|Turing machine (Re: Help on disassembler/decompilers) firstname.lastname@example.org (1990-09-18)|
|From:||email@example.com (Dave Jones)|
|Organization:||Megatest Corporation, San Jose, Ca|
|Date:||18 Sep 90 22:03:15 GMT|
>From article <1990Sep14.firstname.lastname@example.org>, by email@example.com (Charles Bryant):
> In article <firstname.lastname@example.org> email@example.com (R. Kym Horsell) writes:
>> ... You can't even
>>say that "assembly language is closer to the machine & you can do things in
>>it that you can't in HLLs" -- after all, assembly and HLL are both capable
>>of emulating Turning machines, right?
> Well how would you translate this C function into Pascal.
> [ code omited. ]
Obviously, you would run your C-to-Turing-machine translator over it,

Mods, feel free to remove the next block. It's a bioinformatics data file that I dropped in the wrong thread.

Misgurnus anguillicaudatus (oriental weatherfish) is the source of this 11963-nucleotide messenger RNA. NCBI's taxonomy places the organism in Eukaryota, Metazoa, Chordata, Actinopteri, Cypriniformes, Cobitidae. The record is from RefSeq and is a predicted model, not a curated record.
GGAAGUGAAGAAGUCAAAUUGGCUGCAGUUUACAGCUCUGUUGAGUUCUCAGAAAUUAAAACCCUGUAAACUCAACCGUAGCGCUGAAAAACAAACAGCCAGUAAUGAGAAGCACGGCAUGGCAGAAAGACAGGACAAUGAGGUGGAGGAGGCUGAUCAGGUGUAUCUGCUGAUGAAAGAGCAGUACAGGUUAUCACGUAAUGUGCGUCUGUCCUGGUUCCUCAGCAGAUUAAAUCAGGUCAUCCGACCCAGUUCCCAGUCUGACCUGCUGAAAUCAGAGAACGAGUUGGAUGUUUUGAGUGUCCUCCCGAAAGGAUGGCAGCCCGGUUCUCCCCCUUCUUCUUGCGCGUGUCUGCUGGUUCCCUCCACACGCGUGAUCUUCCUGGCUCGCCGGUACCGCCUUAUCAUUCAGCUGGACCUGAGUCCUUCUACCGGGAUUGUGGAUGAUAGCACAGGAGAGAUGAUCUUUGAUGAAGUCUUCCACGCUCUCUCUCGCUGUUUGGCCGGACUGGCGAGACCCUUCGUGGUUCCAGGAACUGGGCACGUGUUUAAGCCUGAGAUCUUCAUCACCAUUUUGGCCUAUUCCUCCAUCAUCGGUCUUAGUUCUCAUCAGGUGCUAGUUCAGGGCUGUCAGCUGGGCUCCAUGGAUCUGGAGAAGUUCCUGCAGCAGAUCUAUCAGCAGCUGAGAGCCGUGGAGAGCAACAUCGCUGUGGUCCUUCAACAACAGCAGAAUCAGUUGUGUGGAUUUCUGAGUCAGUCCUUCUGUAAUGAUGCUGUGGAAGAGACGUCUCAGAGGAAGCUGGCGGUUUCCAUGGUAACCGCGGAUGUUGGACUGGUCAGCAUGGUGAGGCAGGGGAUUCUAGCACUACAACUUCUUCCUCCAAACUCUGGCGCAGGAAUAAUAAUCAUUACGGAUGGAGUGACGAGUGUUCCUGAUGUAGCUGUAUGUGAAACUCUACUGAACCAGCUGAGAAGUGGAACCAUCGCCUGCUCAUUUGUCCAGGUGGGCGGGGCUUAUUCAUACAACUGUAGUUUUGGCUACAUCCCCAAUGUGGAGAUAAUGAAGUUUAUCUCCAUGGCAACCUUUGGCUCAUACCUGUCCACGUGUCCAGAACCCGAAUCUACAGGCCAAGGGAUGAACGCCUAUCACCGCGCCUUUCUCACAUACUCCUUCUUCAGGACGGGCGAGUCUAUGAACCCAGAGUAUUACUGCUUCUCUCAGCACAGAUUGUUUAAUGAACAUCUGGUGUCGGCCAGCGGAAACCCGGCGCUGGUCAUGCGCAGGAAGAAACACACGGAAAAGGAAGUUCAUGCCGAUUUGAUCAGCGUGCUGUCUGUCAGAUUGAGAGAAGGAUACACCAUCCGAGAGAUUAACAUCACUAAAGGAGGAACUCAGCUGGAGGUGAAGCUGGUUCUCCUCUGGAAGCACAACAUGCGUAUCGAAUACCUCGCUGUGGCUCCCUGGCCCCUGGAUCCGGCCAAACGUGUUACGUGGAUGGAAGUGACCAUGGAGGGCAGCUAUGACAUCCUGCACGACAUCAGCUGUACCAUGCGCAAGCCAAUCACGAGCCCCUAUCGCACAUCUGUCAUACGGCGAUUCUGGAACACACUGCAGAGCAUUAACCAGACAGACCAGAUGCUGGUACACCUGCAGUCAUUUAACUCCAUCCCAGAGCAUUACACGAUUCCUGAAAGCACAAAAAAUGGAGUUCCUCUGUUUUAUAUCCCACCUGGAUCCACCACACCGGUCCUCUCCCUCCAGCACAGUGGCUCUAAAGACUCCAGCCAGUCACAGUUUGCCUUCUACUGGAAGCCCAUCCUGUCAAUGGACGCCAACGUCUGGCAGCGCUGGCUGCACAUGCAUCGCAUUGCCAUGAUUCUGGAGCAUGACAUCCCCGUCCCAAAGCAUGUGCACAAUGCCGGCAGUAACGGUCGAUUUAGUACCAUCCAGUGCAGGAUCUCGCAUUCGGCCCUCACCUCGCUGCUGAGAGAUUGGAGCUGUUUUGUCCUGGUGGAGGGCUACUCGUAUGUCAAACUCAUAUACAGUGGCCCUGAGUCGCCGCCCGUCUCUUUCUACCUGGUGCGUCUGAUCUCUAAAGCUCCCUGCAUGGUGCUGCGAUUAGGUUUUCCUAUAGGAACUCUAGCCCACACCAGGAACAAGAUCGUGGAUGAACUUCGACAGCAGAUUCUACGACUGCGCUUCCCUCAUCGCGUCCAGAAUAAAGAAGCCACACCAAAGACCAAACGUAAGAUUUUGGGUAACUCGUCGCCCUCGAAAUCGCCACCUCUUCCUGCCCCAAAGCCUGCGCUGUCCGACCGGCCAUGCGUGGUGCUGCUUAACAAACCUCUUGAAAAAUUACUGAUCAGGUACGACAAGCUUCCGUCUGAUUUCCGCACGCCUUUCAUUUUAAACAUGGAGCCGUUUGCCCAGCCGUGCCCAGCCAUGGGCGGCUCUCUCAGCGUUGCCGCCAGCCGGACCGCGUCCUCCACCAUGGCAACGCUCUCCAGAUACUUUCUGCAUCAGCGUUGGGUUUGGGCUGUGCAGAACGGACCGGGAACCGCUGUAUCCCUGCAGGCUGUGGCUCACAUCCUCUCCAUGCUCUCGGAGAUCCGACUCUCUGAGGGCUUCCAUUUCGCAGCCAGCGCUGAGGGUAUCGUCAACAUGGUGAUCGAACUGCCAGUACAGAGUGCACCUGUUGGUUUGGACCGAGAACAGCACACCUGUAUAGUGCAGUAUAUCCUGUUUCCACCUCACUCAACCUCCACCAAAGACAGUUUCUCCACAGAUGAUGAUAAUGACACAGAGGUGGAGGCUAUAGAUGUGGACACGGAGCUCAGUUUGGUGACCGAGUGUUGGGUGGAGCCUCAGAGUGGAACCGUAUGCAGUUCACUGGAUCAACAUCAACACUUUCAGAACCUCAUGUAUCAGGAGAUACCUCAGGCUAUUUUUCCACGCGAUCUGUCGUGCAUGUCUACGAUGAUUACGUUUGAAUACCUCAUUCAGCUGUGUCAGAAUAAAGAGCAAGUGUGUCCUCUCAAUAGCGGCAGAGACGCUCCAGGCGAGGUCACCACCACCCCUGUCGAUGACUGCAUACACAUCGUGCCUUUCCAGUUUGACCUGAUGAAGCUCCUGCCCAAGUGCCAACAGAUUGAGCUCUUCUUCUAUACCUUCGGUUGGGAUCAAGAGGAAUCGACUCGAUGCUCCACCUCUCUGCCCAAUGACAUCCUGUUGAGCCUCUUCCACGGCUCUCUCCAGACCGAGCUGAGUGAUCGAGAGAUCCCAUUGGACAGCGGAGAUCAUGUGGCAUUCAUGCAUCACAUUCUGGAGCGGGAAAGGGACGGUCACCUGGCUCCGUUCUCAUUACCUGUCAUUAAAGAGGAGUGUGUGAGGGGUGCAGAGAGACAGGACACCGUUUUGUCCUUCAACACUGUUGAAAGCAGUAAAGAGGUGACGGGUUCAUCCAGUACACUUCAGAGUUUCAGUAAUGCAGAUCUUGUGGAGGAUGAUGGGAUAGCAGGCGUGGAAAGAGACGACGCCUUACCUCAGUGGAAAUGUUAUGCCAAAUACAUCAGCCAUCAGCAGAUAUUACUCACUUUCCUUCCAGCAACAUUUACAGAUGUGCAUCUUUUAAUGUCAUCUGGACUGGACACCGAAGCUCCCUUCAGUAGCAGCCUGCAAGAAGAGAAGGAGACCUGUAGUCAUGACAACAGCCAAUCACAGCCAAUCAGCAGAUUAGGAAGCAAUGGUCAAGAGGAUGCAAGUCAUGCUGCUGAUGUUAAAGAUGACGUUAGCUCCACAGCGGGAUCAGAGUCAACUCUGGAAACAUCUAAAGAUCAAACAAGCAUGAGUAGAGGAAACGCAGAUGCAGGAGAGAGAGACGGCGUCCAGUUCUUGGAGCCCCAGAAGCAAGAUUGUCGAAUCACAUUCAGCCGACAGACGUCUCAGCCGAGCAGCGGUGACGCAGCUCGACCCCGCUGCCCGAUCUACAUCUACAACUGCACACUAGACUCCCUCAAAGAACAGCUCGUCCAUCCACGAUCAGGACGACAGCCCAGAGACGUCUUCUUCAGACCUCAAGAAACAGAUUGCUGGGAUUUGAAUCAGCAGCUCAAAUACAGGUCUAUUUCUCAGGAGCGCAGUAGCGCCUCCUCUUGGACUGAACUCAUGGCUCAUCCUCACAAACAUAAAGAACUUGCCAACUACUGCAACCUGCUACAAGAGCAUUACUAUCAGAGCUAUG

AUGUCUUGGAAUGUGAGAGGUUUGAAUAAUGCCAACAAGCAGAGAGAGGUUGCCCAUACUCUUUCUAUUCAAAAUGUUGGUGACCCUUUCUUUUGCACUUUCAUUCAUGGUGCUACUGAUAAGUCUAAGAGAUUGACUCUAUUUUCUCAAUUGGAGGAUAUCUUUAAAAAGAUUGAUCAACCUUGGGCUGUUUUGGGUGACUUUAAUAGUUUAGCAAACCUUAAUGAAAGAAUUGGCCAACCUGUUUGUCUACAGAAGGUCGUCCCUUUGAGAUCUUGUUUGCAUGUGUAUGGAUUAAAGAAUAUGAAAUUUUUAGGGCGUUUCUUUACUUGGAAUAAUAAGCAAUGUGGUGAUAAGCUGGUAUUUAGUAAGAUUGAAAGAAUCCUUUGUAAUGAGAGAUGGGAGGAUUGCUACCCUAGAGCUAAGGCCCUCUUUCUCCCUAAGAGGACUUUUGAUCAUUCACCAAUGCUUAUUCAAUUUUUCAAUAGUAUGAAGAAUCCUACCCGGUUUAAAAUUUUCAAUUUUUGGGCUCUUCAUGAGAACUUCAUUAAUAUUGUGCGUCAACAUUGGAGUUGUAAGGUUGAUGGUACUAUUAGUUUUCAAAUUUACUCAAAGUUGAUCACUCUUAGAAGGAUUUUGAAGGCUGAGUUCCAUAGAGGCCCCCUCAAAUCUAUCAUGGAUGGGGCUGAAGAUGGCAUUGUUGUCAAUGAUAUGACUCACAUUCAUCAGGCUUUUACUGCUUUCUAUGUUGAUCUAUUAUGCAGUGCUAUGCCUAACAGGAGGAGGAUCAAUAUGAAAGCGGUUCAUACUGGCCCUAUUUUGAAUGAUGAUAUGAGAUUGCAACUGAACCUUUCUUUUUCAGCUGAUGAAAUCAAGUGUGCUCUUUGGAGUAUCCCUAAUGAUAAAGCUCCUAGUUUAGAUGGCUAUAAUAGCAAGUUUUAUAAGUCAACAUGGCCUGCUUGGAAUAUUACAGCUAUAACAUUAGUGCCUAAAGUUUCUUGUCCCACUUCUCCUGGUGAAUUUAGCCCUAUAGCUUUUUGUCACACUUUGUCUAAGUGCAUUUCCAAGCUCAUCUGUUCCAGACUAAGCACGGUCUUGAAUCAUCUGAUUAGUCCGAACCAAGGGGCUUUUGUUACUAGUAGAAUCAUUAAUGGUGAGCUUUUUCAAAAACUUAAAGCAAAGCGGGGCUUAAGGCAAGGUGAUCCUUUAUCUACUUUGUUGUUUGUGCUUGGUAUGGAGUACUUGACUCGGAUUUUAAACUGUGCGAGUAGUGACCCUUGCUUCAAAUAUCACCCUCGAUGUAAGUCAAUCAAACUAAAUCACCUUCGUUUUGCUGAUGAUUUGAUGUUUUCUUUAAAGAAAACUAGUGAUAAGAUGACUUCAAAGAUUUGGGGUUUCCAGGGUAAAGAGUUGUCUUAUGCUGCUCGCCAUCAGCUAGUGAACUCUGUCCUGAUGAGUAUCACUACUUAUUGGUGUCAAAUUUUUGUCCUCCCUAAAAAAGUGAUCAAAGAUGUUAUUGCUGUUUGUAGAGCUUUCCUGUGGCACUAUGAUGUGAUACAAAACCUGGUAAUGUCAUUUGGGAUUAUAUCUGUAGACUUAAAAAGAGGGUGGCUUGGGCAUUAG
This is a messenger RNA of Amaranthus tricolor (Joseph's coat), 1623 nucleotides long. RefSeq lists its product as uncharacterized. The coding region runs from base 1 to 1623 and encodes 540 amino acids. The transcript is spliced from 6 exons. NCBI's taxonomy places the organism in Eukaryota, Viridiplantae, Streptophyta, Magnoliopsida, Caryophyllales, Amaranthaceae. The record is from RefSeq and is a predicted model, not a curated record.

producing some Pascal initialization statements for your Turing machine
emulator that you wrote in Pascal. What could be simpler? :-)
Truth is, not only is it not the case that all computer systems are
effectively Turing machines, none of them is! It's those damn finite
tapes, for one thing. And computers are always hooked up to input/output
devices. (A computer is something that controls and monitors machinery.)
But discounting all that, don't we care just a little bit about how long
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